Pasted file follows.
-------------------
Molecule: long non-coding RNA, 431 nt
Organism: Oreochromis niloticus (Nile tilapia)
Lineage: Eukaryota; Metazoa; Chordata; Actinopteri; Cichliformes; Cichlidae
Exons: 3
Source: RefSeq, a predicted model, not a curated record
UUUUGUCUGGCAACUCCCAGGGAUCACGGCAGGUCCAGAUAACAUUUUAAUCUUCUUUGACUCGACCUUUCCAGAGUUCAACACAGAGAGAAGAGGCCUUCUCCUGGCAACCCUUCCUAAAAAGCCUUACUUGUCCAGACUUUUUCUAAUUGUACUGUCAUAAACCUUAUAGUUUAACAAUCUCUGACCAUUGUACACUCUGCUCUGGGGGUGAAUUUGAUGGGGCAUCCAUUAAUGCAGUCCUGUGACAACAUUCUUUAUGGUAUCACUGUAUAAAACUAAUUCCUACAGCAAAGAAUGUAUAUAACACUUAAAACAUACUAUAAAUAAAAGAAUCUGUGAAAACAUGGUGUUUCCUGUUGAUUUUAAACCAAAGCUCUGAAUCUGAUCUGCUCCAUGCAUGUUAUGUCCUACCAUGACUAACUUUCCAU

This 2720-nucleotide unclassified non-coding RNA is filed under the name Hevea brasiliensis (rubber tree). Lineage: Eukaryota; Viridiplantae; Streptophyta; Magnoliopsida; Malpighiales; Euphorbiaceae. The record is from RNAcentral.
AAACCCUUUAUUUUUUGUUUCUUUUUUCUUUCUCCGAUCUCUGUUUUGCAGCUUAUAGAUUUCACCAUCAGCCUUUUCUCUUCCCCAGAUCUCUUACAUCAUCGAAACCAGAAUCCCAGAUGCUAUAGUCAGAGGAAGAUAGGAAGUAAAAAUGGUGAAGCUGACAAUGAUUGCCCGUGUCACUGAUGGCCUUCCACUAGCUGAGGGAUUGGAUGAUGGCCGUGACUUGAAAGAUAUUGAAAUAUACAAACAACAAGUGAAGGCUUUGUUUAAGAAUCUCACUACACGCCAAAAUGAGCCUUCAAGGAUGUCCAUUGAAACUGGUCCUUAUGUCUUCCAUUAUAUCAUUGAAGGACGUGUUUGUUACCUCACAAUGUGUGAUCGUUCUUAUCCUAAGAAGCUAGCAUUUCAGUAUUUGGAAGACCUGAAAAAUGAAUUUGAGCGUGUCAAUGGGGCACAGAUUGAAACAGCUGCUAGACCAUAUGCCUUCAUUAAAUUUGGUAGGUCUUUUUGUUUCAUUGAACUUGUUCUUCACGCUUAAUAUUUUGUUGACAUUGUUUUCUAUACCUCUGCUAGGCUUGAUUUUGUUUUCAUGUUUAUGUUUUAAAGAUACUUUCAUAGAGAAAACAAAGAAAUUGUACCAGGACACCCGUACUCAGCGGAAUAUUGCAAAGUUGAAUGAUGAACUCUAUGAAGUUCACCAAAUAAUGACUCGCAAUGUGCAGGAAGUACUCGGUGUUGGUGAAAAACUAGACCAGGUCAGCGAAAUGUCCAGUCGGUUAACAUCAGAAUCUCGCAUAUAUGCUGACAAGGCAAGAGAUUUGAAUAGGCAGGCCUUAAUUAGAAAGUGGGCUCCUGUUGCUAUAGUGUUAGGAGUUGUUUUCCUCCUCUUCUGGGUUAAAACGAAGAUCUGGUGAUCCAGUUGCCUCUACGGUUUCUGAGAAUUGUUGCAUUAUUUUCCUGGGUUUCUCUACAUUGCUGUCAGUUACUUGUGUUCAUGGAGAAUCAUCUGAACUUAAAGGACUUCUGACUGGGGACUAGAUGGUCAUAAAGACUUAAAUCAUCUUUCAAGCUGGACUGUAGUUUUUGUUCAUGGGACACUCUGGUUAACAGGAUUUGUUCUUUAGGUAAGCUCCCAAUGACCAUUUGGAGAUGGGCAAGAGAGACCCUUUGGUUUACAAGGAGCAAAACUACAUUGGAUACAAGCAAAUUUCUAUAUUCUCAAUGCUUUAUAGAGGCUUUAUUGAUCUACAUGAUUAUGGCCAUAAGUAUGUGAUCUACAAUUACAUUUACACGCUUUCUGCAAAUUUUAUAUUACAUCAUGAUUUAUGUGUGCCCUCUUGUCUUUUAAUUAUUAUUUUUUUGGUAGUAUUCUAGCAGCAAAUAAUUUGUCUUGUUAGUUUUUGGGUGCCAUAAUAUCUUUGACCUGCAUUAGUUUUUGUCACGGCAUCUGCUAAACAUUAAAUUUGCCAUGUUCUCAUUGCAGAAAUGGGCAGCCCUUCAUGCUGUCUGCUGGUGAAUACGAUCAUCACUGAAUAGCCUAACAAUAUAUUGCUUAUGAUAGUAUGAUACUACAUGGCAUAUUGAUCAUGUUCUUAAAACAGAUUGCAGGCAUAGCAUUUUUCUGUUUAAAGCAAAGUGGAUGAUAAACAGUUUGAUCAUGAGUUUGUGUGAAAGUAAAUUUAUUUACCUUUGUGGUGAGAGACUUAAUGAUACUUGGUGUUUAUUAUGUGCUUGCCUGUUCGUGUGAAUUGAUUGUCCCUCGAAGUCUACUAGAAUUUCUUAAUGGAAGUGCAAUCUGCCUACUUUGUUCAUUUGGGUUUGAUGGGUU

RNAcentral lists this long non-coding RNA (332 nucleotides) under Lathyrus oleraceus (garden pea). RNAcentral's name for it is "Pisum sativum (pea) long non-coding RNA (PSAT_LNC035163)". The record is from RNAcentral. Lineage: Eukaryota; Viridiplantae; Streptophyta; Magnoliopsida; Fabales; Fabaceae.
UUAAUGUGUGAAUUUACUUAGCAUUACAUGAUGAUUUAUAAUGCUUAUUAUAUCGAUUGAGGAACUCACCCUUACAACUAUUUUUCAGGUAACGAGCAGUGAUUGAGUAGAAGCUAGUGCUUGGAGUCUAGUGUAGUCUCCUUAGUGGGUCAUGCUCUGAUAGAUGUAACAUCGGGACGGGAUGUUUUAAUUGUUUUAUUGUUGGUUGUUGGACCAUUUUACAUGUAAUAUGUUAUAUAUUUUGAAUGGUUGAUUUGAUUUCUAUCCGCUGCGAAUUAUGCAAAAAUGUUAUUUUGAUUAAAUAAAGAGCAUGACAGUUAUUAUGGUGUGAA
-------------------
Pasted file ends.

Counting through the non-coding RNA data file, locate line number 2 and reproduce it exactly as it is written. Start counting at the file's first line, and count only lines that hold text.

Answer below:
Organism: Oreochromis niloticus (Nile tilapia)